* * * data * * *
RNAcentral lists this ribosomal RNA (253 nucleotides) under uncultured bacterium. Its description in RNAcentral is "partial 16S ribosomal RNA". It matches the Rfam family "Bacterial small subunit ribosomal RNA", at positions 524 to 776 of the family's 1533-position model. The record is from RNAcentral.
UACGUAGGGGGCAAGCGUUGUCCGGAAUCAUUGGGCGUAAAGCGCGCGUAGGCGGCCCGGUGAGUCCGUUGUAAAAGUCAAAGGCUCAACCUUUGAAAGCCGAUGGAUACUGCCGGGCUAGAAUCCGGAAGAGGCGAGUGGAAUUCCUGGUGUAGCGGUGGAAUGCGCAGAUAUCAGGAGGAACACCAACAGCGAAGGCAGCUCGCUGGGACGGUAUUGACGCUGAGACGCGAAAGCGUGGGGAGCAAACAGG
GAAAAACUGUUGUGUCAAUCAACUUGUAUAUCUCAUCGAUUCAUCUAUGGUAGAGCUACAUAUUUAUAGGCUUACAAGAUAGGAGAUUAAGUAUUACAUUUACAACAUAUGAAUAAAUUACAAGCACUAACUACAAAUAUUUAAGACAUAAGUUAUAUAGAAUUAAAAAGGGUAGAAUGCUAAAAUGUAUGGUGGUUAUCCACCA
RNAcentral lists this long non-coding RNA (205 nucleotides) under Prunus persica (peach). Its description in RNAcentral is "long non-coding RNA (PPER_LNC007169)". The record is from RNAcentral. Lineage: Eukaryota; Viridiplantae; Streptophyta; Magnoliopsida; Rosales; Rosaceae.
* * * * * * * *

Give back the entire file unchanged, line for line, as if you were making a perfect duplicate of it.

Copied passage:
RNAcentral lists this ribosomal RNA (253 nucleotides) under uncultured bacterium. Its description in RNAcentral is "partial 16S ribosomal RNA". It matches the Rfam family "Bacterial small subunit ribosomal RNA", at positions 524 to 776 of the family's 1533-position model. The record is from RNAcentral.
UACGUAGGGGGCAAGCGUUGUCCGGAAUCAUUGGGCGUAAAGCGCGCGUAGGCGGCCCGGUGAGUCCGUUGUAAAAGUCAAAGGCUCAACCUUUGAAAGCCGAUGGAUACUGCCGGGCUAGAAUCCGGAAGAGGCGAGUGGAAUUCCUGGUGUAGCGGUGGAAUGCGCAGAUAUCAGGAGGAACACCAACAGCGAAGGCAGCUCGCUGGGACGGUAUUGACGCUGAGACGCGAAAGCGUGGGGAGCAAACAGG
GAAAAACUGUUGUGUCAAUCAACUUGUAUAUCUCAUCGAUUCAUCUAUGGUAGAGCUACAUAUUUAUAGGCUUACAAGAUAGGAGAUUAAGUAUUACAUUUACAACAUAUGAAUAAAUUACAAGCACUAACUACAAAUAUUUAAGACAUAAGUUAUAUAGAAUUAAAAAGGGUAGAAUGCUAAAAUGUAUGGUGGUUAUCCACCA
RNAcentral lists this long non-coding RNA (205 nucleotides) under Prunus persica (peach). Its description in RNAcentral is "long non-coding RNA (PPER_LNC007169)". The record is from RNAcentral. Lineage: Eukaryota; Viridiplantae; Streptophyta; Magnoliopsida; Rosales; Rosaceae.